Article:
China syndromeChina suspected in hacking attempt on Oak Ridge National Lab

Published 10 December 2007

In October about 1,100 employees at the Oak Ridge National Lab received versions of seven phishing e-mails which appeared legitimate; eleven employees opened the e-mails’ attachments, which enabled the hackers to infiltrate the Lab’s system and remove data; Last week DHS circulated memo to security experts pointing to China as the source of the October hacking at the weapon lab

A confidential DHS memorandum circulated to government and private security officials last Wednesday says that a cyber attack reported earlier last week by one of the federal government’s nuclear weapons laboratories may have originated in China. The New York Times’s John Markoff writes that security researchers said the memorandum included a list of Web and Internet addresses which were linked to locations in China. They noted, though, that such links did not prove that the Chinese government or Chinese citizens were involved in the attacks. In the past, intruders have compromised computers in China and then used them to disguise their true location. Officials at the lab, Oak Ridge National Laboratory in Tennessee, said the attacks did not compromise classified information, though they acknowledged that they were still working to understand the full extent of the intrusion. DHS distributed the confidential warning to computer security officials last Wednesday after what it described as a set of “sophisticated attempts” to compromise computers used by the private sector and the government.

Markoff writes that government computer security officials said the warning, which was issued by the U.S. Computer Emergency Response Team, known as US-CERT, was related to an October attack which was also disclosed last week by officials at the Oak Ridge laboratory. According to a letter to employees written by the laboratory’s director, Thom Mason, an unknown group of attackers sent targeted e-mail messages to about 1,100 employees as part of the ruse. “At this point, we have determined that the thieves made approximately 1,100 attempts to steal data with a very sophisticated strategy that involved sending staff a total of seven ‘phishing’ e-mails, all of which at first glance appeared legitimate,” he wrote in an e-mail message sent to employees last Monday. “At present we believe that about 11 staff opened the attachments, which enabled the hackers to infiltrate the system and remove data.” In a statement posted on the laboratory’s Web site, the agency stated: “The original e-mail and first potential corruption occurred on October 29, 2007. We have reason to believe that data was stolen from a database used for visitors to the Laboratory.” The laboratory said the attackers were able to gain access to a database containing personal information about visitors to the laboratory going back to 1990.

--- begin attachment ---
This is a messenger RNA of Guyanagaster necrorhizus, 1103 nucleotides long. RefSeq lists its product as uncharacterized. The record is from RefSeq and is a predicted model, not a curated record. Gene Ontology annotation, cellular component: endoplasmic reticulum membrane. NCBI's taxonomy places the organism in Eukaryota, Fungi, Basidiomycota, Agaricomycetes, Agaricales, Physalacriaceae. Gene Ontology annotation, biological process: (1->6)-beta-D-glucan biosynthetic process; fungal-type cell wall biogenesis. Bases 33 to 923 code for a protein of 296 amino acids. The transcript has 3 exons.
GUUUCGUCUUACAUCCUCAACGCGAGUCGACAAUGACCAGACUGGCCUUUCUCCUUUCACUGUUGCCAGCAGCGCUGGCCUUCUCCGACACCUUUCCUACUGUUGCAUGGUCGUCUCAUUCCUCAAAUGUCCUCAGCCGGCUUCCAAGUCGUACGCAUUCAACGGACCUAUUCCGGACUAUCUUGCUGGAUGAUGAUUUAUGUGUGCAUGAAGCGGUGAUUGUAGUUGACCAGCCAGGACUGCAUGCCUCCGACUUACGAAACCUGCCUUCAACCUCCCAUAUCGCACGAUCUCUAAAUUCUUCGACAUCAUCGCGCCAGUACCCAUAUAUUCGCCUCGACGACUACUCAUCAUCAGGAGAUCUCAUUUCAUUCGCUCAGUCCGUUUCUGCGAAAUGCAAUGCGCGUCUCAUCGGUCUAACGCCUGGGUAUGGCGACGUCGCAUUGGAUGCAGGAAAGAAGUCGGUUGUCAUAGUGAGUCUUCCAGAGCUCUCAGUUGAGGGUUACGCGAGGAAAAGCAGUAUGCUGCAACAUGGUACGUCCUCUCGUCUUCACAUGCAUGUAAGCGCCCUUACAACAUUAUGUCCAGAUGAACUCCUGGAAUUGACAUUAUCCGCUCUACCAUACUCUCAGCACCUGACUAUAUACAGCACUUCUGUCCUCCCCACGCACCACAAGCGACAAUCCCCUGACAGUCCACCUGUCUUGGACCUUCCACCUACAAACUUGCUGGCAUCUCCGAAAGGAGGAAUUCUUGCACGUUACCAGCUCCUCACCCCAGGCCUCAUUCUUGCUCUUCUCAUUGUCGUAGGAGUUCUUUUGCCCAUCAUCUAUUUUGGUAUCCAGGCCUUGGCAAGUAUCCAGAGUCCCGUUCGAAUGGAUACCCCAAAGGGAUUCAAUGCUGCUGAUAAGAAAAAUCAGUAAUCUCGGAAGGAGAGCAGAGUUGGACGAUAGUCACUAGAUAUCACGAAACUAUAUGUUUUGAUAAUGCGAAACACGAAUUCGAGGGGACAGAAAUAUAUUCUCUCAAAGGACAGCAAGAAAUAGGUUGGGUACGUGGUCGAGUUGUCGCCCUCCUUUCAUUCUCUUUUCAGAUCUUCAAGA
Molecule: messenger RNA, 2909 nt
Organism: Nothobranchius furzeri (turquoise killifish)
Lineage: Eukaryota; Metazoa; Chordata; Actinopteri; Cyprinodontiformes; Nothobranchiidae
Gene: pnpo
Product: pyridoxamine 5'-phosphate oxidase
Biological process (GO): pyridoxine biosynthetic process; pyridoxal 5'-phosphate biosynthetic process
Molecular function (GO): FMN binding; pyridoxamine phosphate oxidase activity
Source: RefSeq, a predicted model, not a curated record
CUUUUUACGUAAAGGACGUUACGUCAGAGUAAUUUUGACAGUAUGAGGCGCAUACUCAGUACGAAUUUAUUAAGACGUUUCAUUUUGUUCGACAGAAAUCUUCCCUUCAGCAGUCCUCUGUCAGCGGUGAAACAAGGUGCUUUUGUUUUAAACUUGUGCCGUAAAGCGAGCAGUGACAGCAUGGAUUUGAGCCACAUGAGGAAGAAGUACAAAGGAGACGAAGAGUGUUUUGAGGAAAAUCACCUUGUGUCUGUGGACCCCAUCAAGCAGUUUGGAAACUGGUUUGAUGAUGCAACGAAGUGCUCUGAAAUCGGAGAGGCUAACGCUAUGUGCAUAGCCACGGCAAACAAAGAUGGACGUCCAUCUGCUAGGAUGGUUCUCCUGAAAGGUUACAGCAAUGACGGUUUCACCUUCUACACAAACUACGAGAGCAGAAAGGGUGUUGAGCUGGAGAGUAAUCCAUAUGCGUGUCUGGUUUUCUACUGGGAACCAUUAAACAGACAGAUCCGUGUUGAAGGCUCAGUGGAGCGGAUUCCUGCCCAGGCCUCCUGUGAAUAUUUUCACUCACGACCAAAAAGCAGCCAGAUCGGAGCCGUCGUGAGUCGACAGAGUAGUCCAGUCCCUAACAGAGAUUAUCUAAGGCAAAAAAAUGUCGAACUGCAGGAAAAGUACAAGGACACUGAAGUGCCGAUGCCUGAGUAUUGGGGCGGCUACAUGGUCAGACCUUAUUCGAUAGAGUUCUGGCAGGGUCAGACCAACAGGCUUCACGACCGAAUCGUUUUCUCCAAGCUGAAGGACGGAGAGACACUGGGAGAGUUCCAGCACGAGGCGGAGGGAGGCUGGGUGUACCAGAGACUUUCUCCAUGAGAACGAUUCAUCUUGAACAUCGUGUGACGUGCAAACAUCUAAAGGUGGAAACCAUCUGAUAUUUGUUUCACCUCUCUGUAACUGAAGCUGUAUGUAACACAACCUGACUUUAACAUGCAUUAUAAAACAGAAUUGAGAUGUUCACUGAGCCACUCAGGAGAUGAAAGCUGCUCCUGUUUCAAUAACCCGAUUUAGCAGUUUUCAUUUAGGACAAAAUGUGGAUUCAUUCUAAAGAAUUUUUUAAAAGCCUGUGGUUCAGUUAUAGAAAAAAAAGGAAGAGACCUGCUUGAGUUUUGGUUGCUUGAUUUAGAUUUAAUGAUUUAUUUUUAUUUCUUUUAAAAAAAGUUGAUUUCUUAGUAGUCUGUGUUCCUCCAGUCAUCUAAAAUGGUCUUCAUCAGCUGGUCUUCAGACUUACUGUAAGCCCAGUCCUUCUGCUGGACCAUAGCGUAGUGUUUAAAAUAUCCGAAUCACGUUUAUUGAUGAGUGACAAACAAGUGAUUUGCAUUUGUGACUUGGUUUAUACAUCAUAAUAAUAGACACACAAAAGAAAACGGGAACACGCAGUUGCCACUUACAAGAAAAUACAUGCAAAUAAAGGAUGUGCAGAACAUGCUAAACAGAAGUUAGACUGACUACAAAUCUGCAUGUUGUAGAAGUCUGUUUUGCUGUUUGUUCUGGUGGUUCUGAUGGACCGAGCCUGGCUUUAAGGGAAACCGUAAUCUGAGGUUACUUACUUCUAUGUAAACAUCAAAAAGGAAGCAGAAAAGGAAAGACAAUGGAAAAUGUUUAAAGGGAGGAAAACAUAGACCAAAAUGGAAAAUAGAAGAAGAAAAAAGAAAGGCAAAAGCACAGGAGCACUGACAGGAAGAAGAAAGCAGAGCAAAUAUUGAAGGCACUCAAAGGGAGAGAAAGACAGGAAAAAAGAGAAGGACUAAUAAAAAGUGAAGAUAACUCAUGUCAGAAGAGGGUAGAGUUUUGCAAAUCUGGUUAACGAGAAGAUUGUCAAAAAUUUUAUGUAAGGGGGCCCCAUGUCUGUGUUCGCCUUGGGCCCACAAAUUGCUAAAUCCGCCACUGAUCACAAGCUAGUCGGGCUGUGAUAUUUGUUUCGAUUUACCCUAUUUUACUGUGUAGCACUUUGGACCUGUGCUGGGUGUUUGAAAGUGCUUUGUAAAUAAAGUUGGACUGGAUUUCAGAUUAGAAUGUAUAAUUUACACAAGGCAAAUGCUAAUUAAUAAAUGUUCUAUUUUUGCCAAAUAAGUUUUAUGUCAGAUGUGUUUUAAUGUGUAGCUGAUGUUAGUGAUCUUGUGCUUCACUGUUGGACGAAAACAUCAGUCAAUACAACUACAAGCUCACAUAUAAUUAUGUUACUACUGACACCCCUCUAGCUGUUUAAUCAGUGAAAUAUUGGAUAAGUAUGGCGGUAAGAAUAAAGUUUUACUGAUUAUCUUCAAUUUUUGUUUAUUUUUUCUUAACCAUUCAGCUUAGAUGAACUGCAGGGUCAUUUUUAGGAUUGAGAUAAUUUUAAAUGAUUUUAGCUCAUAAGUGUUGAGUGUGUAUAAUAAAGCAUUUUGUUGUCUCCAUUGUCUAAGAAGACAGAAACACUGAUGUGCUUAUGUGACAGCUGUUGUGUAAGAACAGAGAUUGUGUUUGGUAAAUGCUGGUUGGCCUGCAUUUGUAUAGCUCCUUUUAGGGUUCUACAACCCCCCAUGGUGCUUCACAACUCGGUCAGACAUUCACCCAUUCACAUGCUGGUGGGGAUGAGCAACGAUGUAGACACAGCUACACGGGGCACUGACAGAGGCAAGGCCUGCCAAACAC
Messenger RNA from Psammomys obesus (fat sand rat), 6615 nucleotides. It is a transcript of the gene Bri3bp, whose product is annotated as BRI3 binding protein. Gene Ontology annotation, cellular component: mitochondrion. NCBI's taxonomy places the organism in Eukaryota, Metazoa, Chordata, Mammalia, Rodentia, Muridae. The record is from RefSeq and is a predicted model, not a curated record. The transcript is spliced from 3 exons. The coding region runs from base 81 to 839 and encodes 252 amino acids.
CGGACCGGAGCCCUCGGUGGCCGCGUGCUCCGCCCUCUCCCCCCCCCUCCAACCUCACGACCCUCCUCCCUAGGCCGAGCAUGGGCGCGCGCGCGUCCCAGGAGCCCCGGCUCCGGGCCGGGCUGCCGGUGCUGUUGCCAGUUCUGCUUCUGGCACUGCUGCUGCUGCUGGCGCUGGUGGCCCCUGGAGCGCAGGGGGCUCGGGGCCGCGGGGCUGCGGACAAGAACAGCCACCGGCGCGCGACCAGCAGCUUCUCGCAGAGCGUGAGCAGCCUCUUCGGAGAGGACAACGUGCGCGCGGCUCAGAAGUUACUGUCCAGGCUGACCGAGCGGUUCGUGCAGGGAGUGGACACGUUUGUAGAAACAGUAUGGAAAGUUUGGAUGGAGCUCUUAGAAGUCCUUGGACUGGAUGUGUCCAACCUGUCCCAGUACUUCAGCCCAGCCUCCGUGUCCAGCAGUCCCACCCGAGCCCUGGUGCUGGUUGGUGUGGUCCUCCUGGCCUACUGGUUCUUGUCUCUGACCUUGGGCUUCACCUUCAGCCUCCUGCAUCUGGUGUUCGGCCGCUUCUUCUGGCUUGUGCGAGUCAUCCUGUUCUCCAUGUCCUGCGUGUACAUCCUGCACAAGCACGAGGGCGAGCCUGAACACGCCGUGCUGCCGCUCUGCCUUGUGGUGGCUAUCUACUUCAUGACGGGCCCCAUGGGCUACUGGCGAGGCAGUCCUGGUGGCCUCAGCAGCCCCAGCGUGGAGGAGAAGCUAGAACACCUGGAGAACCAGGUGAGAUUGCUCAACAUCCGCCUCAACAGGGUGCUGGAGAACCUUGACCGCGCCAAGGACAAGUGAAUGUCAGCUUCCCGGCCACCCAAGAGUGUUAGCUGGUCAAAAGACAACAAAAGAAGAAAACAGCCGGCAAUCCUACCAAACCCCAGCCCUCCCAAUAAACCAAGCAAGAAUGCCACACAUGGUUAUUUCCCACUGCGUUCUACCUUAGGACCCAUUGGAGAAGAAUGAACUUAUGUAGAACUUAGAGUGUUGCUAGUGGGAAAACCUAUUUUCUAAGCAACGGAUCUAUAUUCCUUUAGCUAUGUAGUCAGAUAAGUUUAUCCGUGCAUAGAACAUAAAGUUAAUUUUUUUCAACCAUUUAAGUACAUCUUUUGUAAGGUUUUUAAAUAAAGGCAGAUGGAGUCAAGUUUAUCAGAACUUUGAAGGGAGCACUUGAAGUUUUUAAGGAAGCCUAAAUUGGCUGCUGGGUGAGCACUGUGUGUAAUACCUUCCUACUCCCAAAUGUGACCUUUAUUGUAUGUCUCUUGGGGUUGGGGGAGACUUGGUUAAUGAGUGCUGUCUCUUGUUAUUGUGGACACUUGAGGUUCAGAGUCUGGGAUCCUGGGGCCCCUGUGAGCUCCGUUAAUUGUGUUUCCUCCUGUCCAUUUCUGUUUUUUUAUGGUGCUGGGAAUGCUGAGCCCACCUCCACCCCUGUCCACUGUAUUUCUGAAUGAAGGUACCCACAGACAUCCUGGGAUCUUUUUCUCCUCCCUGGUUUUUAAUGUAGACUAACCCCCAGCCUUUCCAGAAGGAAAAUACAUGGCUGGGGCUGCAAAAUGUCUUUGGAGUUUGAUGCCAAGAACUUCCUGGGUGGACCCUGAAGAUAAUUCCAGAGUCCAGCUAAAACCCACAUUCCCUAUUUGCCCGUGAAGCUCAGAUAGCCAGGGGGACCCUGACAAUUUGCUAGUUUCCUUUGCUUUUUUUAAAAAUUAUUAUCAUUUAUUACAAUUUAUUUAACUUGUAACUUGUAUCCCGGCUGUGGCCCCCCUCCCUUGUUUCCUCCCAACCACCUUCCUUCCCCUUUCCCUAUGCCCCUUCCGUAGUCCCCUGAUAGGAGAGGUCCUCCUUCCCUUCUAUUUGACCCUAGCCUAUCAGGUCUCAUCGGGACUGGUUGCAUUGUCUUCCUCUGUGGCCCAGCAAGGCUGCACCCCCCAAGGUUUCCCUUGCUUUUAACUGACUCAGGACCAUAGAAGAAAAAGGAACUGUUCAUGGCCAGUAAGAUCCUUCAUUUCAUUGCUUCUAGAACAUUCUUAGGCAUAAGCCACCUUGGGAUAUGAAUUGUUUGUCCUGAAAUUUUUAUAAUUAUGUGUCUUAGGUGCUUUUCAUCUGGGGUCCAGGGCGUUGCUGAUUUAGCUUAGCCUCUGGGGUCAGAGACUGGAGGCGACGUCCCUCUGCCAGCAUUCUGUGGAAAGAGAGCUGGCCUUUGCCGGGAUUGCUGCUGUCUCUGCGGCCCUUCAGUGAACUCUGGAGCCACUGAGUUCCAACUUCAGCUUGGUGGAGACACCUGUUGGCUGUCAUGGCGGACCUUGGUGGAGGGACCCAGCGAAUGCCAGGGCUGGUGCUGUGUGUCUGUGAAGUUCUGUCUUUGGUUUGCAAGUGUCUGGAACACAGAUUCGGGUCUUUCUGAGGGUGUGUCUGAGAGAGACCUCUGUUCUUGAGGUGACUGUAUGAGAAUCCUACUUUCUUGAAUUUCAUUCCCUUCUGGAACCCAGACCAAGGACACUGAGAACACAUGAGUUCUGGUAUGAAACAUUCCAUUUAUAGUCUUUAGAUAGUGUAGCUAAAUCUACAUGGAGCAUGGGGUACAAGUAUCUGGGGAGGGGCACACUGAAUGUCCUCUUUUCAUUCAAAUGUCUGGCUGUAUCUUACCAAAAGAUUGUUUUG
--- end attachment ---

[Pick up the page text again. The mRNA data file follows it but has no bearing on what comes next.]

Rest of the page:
The US-CERT advisory, which was not made public, stated: “The level of sophistication and the scope of these cyber security incidents indicate that they are coordinated and targeted at private sector systems.” The US-CERT memo referred to the use of e-mail messages that fool employees into clicking on documents that then permit attackers to plant programs in their computers. These programs are then able to copy and forward specific data — such as passwords